If your logistics company tends to make seasonal hires, it's never too early to start strategizing for what you will do when that eventual, annual rush arrives.
Companies in the logistics sector, like many other industries, are facing the twin problem of not always being able to attract top-level workers, and not being able to retain those they already have.
One of the most common injuries workers are likely to suffer in a warehouse is related to their backs.
One of the most common ways your employees may be injured on the job is by slipping and falling as they carry out their daily tasks.
If you have one or more open positions in your warehouse, you no doubt want to make sure that everyone you hire for those roles is going to knock it out of the park more or less from Day 1.
Workers and the equipment they use to get the job done are the lifeblood of your warehouse, but you need to make sure they can operate safely in that space every single day.
Your warehouse is a hub of almost nonstop activity and there are many ways in which you may need to do upkeep on the facility to ensure it continues to operate at peak efficiency.
In any warehouse setting, it's undoubtedly important to give your employees regular training so that they can make the most of their time at work.
In any business, you want your employees to have the latest and greatest in terms of skills and knowledge, but that can be especially important to successful operations in the world of logistics.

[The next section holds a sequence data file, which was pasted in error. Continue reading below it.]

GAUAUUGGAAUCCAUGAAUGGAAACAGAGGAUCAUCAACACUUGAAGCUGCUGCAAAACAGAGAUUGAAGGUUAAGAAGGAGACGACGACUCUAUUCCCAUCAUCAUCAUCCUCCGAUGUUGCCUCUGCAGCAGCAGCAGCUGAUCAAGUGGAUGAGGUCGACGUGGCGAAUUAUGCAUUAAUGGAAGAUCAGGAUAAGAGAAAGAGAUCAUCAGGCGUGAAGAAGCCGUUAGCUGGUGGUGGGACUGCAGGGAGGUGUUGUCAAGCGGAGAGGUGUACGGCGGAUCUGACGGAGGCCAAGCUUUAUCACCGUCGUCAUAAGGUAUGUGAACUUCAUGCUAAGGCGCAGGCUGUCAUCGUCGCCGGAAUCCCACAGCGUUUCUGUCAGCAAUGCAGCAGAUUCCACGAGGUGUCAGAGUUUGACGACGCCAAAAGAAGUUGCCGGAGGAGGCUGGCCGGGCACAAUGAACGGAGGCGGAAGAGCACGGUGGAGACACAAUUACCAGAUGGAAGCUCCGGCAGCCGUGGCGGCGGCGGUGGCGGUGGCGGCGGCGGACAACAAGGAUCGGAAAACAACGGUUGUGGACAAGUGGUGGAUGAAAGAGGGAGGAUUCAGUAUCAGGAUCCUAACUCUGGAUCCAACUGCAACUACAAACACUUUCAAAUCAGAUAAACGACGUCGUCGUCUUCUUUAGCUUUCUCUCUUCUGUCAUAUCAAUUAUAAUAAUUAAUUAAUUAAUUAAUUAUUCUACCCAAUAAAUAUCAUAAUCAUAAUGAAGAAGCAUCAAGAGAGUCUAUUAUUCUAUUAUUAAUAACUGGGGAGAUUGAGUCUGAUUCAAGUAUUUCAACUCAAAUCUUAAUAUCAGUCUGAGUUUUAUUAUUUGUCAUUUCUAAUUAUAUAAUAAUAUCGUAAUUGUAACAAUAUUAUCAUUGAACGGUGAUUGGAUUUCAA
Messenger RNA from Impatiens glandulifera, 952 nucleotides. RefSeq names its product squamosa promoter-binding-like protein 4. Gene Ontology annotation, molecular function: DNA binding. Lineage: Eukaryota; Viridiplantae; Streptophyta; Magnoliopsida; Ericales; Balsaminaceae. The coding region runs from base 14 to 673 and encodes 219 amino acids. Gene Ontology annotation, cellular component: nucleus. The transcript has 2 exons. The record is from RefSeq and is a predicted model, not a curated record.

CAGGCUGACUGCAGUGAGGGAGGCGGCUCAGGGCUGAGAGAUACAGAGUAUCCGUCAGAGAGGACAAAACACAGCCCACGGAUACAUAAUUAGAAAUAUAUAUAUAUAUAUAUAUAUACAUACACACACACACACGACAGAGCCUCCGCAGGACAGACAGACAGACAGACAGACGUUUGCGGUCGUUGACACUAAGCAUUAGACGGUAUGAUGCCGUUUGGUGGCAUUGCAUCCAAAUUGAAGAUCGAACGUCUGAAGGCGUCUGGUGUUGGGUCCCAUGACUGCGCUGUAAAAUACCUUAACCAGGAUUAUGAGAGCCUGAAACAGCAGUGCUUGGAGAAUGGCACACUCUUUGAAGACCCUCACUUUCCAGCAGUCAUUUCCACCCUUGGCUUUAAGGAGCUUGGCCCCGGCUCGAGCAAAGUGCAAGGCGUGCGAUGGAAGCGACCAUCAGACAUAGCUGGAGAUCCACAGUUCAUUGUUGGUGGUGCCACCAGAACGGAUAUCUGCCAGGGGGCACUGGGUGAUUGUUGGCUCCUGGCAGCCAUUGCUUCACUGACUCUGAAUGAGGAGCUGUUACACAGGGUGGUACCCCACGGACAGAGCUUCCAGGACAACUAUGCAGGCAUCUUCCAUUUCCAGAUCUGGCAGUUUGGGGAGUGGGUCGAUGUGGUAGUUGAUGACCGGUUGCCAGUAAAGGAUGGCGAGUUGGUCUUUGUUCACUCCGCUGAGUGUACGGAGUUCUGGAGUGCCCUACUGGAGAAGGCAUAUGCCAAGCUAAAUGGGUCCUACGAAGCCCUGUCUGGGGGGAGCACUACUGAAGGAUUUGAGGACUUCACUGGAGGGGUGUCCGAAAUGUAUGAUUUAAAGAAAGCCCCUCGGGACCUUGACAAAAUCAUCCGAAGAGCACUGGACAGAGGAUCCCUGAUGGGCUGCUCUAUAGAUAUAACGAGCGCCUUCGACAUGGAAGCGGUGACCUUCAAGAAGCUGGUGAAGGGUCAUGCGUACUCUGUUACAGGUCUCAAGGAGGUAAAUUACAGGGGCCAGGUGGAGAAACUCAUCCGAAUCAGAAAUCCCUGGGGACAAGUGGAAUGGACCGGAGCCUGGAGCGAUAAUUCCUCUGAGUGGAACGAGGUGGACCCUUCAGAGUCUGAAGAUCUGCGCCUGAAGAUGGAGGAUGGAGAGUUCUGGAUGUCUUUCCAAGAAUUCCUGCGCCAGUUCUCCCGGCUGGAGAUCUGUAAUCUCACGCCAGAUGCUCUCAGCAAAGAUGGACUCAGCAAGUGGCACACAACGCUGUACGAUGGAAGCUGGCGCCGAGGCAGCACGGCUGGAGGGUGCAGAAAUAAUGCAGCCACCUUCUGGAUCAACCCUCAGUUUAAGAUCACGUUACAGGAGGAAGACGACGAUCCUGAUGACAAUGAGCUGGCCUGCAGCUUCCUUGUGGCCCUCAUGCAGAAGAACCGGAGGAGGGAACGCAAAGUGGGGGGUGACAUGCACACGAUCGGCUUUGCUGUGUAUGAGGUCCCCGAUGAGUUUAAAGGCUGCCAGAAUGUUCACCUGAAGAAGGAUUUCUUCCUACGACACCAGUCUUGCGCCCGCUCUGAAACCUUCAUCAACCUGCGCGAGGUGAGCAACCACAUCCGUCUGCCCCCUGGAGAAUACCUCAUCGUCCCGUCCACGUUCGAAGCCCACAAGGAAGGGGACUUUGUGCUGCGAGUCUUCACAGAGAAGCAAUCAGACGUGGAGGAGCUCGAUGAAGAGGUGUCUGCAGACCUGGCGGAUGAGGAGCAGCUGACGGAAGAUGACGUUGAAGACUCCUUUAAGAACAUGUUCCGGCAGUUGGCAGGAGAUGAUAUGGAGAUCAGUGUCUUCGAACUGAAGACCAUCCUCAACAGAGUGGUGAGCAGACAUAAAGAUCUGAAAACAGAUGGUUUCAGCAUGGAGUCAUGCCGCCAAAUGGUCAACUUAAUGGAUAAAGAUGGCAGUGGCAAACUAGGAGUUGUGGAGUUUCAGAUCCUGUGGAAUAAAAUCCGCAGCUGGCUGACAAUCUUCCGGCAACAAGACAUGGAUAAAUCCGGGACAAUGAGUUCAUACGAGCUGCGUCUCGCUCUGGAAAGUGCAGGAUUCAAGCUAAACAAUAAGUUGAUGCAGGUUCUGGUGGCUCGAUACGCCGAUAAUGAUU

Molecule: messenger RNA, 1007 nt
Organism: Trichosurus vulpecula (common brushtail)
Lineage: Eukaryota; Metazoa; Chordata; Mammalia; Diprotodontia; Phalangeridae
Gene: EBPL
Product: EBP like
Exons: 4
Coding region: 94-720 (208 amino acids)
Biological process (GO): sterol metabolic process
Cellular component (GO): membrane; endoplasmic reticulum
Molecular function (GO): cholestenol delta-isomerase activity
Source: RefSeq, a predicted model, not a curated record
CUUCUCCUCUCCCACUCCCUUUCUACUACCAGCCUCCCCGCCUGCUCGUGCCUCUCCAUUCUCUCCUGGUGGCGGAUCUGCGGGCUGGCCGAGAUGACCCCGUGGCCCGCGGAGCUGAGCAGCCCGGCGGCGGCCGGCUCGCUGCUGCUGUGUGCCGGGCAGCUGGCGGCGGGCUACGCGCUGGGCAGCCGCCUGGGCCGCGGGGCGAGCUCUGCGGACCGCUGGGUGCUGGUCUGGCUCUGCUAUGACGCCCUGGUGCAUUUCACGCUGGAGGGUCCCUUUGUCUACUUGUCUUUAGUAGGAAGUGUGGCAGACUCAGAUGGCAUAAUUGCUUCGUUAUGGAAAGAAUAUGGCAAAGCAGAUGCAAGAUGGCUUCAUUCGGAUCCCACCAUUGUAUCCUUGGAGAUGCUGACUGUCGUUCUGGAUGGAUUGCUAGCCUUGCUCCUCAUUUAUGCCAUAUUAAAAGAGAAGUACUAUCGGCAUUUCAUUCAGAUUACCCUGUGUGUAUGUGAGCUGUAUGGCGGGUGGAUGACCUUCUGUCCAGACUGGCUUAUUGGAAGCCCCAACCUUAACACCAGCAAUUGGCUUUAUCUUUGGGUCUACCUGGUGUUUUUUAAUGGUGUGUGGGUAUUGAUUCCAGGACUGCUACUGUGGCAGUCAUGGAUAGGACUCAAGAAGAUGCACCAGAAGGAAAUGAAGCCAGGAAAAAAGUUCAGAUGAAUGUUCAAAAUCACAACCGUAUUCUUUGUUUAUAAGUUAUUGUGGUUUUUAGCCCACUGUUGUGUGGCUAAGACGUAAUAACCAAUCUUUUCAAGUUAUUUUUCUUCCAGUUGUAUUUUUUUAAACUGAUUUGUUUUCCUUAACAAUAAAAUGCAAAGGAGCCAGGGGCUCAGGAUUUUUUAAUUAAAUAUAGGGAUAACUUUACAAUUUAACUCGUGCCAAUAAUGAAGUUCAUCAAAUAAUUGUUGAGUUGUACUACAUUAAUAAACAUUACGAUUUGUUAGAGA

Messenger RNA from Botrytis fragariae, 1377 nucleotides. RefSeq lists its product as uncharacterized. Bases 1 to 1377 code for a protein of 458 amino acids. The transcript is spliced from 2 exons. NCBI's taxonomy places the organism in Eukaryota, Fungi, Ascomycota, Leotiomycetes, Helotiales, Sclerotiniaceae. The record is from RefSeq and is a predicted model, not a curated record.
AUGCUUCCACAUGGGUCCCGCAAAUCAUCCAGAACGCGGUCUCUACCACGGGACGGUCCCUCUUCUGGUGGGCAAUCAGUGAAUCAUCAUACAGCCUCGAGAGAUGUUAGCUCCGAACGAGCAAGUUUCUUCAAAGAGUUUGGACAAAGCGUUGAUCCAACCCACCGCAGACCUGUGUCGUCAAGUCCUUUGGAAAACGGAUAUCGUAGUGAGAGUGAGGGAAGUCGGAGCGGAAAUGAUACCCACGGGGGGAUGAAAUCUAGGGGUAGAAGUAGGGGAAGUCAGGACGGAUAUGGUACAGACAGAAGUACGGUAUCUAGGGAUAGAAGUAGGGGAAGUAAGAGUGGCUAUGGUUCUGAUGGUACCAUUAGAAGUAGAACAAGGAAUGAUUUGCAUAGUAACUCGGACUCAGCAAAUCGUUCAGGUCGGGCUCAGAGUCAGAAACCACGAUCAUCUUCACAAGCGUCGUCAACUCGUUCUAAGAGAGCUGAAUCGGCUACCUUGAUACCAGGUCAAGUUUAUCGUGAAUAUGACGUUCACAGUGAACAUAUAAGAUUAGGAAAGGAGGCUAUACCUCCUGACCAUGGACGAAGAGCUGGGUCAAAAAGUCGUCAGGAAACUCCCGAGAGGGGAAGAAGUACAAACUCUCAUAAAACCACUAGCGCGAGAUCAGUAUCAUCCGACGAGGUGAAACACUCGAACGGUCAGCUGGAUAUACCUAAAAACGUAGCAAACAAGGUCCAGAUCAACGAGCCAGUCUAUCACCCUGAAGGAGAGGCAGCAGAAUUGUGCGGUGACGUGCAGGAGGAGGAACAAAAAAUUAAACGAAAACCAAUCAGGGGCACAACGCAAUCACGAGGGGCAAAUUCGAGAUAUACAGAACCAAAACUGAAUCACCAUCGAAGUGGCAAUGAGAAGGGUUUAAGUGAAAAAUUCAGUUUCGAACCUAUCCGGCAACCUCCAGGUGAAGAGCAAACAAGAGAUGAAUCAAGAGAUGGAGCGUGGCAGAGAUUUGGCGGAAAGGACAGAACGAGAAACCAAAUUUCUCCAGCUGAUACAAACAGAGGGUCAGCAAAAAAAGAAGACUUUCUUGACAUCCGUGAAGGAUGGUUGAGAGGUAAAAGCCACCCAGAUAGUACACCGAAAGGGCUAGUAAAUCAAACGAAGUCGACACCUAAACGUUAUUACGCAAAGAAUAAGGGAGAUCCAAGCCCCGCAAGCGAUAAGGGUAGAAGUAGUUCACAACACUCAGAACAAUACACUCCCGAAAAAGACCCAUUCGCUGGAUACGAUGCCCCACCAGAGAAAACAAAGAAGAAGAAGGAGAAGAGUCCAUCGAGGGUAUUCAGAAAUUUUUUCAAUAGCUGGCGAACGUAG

In the logistics industry, as with almost everything else, good communication is critical to organizational success.
If you work in a warehouse, you know how physically demanding the job can be, and that's especially true if you're bending to pick up and put down packages for a lot of the day.
If you're thinking about getting into the exciting world of working in logistics, it could be a great option for you.
If you're just starting a new job in a warehouse setting this spring, you should keep in mind that when it comes to safety and comfort, it all starts with making sure you're dressed for success.
Spring is here and a lot of companies are hiring, but if you're thinking about getting a job in a warehouse, there are some things you'll need to keep in mind about the interview process.
In many ways, the entire point of running a warehouse is to get products or materials into and back out of your facility as efficiently as possible, but that's often far more easily said than done.
Across the U.S., millions are still out of work, but there's good news on this front: Many logistics firms are hiring people to work in their warehouses, and spring is often the busiest hiring season.
All businesses, regardless of industry, must be highly aware of data security issues in their daily processes.
These days, business managers or owners can expect employees to bring any number of personal devices into the workplace, and potentially connect them to networks storing highly sensitive company data.
Your logistics firm no doubt collects and transmits a lot of data throughout the average workday, whether that's moving in-house or between you and your supply chain partners.
If your office is a highly team-oriented environment that asks for consistent collaboration between employees, you'll want to make sure everyone you bring aboard can integrate into that environment.